In the past several years, small fires were actually common at Hoeganaes Corporation’s metal powder plant outside Nashville. By early 2011, some workers had become good at beating down flames with gloved hands or a fire extinguisher.
The company’s own product fueled the fires: Scrap metal comes into the plant and is melted, atomized and dried into a fine iron powder that is sold to makers of car parts. But often, powder leaked from equipment and settled on ledges and rafters. One worker said he could hear the popping sound of dust sparking when it touched live electricity.
In the early morning of January 31, 2011, a worker was called to check out a malfunctioning bucket elevator that moves dust through the plant. Near his feet, electrical wires lay exposed. When the machine restarted, the jolt knocked dust into the air. A spark — likely from the exposed wires — turned the dust cloud into a ball of flame that engulfed the worker. He suffered severe burns over 95 percent of his body, and lived just two more days at the Vanderbilt University Medical Center’s burn unit before dying.
The flash fire involved combustible dust — a little-noticed danger that has killed or injured at least 900 workers across the country during the past 30 years. The dust can be created by iron, plastic, wood, nylon fiber, coal, and even sugar and flour. Often, workers don’t know that the dust sitting on flat surfaces could, when kicked up in a cloud, create a large flash fire.
But experts, worker safety advocates and government officials have been sounding alarms for years. Since 1980, more than 450 accidents involving dust explosions or fires have killed nearly 130 workers and injured another 800-plus, according to a Center for Public Integrity analysis of data compiled by the federal Occupational Safety and Health Administration and the U.S. Chemical Safety Board (CSB). Both agencies, citing spotty reporting requirements, say these numbers are probably significant understatements.
Yet a push to issue a rule protecting workers from the danger has stalled due to bureaucratic hurdles, industry resistance, and politics. OSHA, in a statement, said it must “make difficult decisions as to how to best allocate the agency’s limited rulemaking resources.” While addressing dangers like combustible dust and dangerous substances breathed by workers are important, OSHA said, it “has placed a great deal of emphasis on broad rulemaking efforts that have the potential to result in fundamental changes [for] safety and health in the workplace.”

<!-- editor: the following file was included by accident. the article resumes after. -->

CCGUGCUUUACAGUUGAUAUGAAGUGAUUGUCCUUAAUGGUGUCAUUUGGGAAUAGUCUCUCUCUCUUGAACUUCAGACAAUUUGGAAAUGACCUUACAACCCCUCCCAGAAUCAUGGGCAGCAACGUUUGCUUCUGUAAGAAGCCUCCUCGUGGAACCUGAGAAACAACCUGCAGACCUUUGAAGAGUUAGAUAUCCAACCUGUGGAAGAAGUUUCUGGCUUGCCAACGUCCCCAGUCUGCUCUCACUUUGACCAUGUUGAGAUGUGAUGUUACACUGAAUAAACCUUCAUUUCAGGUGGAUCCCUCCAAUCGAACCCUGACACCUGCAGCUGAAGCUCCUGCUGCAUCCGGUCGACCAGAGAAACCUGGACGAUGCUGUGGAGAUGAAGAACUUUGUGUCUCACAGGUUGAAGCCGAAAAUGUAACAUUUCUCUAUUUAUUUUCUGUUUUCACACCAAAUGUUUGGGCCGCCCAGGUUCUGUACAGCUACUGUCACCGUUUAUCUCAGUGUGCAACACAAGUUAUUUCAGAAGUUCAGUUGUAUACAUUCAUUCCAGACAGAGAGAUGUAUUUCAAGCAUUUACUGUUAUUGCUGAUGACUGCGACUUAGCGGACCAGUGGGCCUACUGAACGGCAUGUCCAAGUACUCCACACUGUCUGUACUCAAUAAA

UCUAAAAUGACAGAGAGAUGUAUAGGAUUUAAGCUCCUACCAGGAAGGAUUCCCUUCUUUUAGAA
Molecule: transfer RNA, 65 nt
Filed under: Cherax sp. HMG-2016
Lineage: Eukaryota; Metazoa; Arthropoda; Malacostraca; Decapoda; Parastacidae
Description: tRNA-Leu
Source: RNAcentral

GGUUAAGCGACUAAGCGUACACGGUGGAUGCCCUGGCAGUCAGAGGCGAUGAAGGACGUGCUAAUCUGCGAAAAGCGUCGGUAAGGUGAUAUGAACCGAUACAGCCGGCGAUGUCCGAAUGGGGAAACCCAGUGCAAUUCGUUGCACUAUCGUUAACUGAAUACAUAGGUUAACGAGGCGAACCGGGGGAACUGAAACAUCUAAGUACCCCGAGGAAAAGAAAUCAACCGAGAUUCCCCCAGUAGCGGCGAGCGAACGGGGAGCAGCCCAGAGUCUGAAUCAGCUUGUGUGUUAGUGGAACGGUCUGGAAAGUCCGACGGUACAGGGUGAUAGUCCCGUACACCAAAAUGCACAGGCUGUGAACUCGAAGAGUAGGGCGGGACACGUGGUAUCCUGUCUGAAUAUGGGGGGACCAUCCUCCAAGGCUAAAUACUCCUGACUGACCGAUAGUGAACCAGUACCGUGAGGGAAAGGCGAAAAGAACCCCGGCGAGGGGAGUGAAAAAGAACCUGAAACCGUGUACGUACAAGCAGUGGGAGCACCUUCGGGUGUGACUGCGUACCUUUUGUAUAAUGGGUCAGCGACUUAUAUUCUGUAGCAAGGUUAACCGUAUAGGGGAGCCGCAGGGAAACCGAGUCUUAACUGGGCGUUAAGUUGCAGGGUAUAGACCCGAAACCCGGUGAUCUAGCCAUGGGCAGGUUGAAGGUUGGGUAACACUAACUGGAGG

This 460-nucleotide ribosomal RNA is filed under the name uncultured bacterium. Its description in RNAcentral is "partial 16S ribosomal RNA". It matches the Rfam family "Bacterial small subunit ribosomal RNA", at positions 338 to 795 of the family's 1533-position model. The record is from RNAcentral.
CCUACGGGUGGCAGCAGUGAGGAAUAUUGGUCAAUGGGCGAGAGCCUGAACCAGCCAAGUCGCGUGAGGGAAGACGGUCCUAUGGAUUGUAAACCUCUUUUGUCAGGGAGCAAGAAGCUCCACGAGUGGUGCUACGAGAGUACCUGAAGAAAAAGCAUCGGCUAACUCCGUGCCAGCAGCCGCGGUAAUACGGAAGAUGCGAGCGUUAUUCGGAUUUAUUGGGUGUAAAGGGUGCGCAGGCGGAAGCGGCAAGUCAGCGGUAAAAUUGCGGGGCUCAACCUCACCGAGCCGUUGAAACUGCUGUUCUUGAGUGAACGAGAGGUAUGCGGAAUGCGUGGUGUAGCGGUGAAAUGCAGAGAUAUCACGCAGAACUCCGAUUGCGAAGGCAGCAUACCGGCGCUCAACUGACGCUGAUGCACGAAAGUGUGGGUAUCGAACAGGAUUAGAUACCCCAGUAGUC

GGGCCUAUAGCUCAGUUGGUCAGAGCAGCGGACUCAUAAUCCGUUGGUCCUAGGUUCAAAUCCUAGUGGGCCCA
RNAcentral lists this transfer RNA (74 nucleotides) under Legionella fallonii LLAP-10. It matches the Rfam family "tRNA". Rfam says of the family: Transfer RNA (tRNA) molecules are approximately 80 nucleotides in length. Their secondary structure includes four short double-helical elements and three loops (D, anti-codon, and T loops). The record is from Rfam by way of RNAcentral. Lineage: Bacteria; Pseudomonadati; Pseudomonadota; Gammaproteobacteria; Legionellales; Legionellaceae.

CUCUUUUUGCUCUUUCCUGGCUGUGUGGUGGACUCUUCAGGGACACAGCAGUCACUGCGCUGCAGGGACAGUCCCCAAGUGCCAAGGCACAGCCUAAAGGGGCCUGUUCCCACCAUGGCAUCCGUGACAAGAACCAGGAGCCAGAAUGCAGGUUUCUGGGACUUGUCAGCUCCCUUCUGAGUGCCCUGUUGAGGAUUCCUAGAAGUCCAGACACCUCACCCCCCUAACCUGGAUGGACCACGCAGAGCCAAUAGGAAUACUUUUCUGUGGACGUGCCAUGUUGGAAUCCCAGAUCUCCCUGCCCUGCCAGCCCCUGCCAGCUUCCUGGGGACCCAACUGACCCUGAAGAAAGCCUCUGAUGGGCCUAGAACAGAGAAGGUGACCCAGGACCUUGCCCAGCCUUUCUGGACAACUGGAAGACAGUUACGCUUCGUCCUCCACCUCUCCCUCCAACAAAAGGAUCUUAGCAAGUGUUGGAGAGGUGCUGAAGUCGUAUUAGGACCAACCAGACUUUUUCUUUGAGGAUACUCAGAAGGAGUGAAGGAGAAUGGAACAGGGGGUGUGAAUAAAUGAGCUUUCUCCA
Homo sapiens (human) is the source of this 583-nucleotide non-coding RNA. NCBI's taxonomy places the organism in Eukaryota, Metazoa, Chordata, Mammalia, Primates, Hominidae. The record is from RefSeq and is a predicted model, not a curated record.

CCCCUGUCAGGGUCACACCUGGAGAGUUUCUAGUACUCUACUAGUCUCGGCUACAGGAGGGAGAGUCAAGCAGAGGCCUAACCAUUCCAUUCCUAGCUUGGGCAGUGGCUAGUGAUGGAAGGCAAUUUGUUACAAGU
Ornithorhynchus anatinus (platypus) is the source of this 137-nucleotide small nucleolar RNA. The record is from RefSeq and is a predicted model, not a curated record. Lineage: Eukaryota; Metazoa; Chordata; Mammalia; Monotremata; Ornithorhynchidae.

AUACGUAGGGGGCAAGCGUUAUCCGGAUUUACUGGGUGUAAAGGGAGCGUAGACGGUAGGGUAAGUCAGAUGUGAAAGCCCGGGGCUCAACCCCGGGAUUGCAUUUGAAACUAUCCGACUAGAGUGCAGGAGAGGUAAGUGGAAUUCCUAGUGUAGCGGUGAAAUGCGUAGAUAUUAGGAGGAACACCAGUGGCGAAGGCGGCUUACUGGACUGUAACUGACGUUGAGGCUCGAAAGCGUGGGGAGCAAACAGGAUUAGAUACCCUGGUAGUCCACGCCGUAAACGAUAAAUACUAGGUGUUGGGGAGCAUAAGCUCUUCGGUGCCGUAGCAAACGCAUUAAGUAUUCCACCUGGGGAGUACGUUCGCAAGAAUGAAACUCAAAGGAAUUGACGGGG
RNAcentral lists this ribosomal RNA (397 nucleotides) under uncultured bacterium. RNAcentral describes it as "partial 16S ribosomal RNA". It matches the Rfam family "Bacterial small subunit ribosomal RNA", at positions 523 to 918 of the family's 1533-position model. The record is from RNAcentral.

“It goes along for years [at workplaces] with the dust building up, building up, and everything’s fine–nobody’s harmed, so nobody thinks anything about it,” said Sandra Bennett, an official at the Tennessee Occupational Safety and Health Administration, which investigated the Hoeganaes accidents. “All of a sudden, one day, boom.”
In 2009, OSHA announced it was starting the process of issuing a rule to address combustible dust. But three years later, the process is still stuck in its early stages, and OSHA has given up on making significant progress this year, moving the topic to its list of “long-term actions.” In a statement, OSHA said, “Prevention of worker injuries and fatalities from combustible dust remains a priority for the agency.” But, the statement said, developing the rule is “very complex,” and “could affect a wide variety of industries and workplace conditions. As a result it has been moved to long-term action to give the agency time to develop the analyses needed to support a cost-effective rule.”
Last year was not the first time Hoeganaes had experienced a worker death from iron dust. The recent accident in particular had striking similarities to one that occurred in 1992 at the company’s plant in Riverton, NJ, said the CSB’s lead investigator, Johnnie Banks.
Twenty years later, Jeffrey Richardson remembers that accident well. It left him with third-degree burns covering 97 percent of his body. He has one ear and one hand, though it has no fingers. His body is covered with skin grown in a lab; it heals slowly and tears easily.
“They said my foot and my eyelids were the only place where I wasn’t burned,” he recalled recently. “I still to this day have a nurse come every day to dress wounds that I still have ongoing.”
As in the May 2011 accident, a hydrogen explosion shook the building, and burning dust fell from the rafters. Richardson recalls it covering him as he struggled to find an escape route. “I could hear it sizzling and cracking,” he said.
Many plants already are required to follow rules addressing combustible dust. Many experts praise the standards, and OSHA often points to them as widely recognized practices when citing violations. But two problems limit the standards’ reach: They are optional in many areas, and, where they apply, enforcement is often lax or nonexistent, and many inspectors don’t even recognize a dust problem when it does exist. Recognizing dangers that could lead to dust fires and explosions also can be a problem for companies and their insurers. In investigations of four dust explosions that killed 28 workers, insurers had missed serious dust hazards during audits in each case.
In August 2010, Hoeganaes hired a company to clean up the dust, according to a report by the state inspector examining the January 2011 accident. But, the report notes, “it was apparent that the employer was not ensuring that clean-up was maintained through good housekeeping practices between these cleanings.” Piles of dust up to four inches thick sat on equipment throughout the plant, the inspector found.
If you or someone you know suffers an injury such as third degree burns or smoke inhalation, you should call Kramer & Pollack LLP in Mineola, New York so that the personal injury attorneys in that firm can determine whether another party has legal liability for injuries suffered, and if the injured party has a strong legal case.